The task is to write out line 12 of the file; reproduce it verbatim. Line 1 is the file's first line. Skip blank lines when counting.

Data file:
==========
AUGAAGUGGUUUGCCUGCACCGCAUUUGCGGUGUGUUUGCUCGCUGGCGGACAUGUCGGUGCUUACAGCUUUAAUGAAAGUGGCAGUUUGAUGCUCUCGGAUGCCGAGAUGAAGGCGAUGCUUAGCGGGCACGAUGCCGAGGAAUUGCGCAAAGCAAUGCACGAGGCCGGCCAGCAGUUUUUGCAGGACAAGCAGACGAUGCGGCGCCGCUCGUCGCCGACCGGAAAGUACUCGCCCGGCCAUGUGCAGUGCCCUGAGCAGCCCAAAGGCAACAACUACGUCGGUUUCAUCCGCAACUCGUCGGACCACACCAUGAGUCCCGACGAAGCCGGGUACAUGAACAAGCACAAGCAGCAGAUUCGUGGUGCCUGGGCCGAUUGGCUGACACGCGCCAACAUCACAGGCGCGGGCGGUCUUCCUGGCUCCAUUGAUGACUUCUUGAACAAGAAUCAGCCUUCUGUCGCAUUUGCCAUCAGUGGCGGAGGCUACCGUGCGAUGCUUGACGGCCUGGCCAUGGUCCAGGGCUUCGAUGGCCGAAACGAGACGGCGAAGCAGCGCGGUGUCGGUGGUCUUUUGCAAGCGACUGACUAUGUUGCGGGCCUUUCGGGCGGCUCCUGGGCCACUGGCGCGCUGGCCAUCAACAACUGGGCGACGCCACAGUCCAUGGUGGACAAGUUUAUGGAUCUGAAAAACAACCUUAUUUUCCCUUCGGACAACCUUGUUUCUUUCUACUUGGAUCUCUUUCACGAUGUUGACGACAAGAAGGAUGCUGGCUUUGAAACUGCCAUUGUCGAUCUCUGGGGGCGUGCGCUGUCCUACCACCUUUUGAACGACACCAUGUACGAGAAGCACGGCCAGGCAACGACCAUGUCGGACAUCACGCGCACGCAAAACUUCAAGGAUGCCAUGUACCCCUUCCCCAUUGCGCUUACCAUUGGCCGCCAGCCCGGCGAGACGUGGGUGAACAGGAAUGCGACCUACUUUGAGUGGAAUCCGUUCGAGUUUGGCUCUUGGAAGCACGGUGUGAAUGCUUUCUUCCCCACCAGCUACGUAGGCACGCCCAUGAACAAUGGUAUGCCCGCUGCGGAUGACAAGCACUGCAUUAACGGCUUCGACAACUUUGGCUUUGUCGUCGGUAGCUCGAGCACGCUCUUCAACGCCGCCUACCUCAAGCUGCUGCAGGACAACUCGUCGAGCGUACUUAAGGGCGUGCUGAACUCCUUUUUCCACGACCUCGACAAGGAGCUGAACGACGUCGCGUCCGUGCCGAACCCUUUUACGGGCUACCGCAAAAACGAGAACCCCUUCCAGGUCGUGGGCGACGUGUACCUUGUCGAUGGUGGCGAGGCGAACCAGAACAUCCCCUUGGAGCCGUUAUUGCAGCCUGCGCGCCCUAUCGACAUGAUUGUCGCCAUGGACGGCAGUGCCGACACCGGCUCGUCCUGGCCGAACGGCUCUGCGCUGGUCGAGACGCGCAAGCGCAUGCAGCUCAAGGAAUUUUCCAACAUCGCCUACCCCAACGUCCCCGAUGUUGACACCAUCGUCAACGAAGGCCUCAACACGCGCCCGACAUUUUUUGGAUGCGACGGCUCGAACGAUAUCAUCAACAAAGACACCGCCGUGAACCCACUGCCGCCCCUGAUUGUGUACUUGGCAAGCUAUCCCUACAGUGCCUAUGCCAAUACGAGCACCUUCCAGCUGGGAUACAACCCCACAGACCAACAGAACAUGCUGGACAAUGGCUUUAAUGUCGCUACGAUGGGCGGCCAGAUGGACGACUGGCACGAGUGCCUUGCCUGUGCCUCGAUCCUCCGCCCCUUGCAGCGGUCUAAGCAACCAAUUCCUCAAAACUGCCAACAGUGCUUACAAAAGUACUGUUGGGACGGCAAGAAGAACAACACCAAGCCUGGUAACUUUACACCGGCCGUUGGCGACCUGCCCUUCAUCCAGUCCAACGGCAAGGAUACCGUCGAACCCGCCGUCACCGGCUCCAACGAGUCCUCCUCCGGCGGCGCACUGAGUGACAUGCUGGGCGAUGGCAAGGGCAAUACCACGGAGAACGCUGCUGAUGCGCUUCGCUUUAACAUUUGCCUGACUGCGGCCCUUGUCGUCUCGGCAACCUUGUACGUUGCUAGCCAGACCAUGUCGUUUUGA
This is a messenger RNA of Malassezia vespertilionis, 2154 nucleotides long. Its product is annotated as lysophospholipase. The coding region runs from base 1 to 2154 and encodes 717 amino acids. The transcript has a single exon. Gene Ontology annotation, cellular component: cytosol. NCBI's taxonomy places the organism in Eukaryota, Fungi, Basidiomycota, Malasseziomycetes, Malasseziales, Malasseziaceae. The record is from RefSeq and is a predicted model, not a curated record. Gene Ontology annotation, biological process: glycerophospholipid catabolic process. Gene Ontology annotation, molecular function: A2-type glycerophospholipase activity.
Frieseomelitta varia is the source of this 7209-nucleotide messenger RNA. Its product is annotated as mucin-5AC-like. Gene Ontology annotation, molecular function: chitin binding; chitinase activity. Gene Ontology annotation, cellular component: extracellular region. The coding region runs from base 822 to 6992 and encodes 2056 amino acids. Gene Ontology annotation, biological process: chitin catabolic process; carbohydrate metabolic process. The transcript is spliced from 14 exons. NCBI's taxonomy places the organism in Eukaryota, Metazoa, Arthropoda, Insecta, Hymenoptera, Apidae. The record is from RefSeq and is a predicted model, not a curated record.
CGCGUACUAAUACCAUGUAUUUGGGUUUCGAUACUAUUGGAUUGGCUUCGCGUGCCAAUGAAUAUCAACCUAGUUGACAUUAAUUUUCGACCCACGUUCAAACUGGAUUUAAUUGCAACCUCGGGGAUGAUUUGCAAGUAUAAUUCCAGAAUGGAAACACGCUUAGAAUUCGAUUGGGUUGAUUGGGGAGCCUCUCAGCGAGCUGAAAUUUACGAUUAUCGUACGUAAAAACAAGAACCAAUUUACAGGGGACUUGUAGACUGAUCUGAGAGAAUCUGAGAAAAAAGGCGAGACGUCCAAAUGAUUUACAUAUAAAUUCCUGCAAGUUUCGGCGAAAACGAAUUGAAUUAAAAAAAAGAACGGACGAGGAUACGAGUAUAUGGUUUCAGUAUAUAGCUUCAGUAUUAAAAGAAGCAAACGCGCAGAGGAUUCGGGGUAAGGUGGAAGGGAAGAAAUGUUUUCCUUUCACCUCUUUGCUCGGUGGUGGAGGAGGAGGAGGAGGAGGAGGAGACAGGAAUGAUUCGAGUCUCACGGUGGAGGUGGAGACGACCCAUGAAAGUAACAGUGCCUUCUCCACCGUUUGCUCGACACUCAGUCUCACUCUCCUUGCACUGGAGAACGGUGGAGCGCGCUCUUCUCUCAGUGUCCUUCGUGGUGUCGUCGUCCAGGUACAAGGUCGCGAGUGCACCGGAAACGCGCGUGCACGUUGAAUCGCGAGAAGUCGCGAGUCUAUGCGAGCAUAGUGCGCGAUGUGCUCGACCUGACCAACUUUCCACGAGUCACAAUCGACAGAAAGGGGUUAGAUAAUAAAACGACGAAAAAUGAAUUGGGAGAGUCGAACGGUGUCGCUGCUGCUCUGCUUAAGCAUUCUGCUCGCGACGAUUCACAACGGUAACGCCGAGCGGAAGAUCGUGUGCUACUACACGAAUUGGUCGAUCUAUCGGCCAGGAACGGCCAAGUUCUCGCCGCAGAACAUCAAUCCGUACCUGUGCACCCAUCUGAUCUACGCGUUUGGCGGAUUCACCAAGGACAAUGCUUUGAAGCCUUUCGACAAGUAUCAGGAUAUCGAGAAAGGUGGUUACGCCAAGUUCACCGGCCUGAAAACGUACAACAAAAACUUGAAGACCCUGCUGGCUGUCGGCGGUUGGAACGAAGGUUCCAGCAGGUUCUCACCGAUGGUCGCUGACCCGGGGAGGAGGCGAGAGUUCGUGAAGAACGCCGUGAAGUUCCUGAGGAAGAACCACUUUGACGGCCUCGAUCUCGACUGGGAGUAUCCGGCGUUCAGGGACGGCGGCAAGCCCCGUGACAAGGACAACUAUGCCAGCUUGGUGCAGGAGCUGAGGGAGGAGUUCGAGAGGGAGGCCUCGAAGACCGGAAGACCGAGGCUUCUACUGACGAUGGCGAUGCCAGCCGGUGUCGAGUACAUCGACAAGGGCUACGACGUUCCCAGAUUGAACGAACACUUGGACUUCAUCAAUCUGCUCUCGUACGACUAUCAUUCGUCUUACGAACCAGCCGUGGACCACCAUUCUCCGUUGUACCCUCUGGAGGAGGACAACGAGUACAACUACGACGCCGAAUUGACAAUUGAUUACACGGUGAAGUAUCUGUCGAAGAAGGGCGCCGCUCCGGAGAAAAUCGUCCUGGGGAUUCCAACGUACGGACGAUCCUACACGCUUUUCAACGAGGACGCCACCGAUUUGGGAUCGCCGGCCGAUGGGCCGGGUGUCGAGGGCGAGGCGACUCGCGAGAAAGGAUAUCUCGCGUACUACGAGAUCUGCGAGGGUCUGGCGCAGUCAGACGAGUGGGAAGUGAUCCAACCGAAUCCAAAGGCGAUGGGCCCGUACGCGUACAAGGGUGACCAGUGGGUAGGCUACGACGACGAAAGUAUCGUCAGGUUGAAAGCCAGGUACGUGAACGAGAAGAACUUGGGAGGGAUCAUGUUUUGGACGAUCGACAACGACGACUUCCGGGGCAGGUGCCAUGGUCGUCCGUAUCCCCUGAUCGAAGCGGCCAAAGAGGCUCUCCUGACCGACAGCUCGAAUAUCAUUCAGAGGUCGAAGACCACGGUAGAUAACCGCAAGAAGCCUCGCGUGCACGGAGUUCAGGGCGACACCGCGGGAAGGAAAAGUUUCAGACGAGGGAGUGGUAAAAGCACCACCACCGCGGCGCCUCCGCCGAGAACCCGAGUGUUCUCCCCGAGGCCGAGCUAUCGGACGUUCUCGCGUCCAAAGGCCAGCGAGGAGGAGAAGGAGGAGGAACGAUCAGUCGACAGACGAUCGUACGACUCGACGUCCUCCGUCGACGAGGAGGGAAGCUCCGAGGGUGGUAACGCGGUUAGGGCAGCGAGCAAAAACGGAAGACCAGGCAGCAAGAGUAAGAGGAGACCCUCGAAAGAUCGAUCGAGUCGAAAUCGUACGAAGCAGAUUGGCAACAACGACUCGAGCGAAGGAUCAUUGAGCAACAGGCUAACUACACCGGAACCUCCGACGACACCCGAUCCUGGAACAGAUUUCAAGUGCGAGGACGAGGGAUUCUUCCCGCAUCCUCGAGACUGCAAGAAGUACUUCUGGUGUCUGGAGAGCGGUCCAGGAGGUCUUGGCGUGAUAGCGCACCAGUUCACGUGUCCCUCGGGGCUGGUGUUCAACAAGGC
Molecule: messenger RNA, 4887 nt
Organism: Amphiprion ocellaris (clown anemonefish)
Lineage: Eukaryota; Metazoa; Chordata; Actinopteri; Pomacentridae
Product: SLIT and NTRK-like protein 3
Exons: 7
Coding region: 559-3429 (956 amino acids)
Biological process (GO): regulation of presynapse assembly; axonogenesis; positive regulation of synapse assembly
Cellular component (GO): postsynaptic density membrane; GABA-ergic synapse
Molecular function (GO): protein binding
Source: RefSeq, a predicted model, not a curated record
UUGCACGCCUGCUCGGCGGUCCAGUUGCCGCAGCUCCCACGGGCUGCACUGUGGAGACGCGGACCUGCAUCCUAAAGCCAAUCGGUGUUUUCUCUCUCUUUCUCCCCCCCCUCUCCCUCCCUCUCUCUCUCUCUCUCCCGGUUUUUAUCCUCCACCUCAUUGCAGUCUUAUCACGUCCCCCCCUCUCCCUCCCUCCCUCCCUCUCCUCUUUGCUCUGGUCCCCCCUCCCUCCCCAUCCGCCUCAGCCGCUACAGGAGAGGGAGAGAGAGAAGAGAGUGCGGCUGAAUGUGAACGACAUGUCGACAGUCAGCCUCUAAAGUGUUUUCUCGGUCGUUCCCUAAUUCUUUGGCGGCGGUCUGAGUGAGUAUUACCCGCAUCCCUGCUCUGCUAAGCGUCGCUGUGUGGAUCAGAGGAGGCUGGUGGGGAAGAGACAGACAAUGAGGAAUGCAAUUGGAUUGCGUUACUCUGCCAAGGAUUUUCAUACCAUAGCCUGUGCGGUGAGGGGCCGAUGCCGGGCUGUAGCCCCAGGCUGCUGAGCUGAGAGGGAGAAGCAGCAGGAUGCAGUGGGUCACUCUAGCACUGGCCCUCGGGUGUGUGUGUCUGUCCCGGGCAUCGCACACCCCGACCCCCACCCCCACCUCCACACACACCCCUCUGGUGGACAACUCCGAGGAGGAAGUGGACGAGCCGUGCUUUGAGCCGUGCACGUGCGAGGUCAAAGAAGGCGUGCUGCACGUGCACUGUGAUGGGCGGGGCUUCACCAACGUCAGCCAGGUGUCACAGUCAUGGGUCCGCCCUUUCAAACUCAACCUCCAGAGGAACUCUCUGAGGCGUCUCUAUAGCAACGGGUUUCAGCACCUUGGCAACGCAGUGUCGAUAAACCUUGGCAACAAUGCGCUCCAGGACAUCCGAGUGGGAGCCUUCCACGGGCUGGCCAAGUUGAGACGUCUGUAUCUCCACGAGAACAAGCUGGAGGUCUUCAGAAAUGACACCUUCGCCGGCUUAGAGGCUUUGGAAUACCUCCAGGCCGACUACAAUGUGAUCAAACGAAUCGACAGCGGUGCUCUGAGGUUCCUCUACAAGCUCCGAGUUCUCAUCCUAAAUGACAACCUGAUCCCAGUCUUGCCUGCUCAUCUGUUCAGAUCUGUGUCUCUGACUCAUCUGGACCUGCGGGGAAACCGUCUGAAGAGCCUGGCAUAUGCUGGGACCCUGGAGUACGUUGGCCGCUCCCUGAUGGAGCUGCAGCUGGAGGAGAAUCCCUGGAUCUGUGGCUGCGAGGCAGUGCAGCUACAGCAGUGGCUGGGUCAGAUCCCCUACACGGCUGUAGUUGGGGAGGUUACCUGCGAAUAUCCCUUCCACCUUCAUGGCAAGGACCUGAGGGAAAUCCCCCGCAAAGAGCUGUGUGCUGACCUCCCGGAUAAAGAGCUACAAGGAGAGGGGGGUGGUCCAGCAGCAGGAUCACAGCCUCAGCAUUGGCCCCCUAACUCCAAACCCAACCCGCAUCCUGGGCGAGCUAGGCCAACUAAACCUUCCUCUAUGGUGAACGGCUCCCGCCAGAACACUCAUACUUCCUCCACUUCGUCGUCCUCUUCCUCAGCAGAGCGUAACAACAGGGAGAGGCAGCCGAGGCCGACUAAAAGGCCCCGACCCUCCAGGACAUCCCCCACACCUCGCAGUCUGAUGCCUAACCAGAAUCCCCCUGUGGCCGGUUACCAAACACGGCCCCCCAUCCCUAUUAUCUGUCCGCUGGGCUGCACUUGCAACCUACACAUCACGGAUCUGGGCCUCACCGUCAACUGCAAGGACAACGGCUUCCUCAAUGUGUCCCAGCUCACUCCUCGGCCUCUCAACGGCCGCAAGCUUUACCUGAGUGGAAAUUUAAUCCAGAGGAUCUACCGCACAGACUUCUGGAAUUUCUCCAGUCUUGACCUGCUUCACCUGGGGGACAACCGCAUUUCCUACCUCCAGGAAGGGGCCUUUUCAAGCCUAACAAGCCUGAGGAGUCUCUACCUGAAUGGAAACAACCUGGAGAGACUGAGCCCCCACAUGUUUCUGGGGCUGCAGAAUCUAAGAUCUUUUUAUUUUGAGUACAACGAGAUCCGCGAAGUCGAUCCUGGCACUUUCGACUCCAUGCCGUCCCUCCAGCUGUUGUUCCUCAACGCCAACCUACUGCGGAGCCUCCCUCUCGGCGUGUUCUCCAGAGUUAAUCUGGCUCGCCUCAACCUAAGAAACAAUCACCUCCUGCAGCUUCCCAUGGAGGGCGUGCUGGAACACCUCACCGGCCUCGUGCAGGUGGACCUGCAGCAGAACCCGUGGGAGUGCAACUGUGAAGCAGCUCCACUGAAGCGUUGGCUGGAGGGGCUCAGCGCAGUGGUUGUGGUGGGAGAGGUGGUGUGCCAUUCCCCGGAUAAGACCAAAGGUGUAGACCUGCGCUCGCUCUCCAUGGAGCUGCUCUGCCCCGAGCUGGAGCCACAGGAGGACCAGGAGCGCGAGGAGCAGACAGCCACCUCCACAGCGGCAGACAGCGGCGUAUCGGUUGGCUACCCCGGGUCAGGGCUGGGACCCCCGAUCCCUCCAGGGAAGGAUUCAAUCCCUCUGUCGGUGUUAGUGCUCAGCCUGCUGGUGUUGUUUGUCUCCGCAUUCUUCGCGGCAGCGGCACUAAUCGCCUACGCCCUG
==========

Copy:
Cellular component (GO): postsynaptic density membrane; GABA-ergic synapse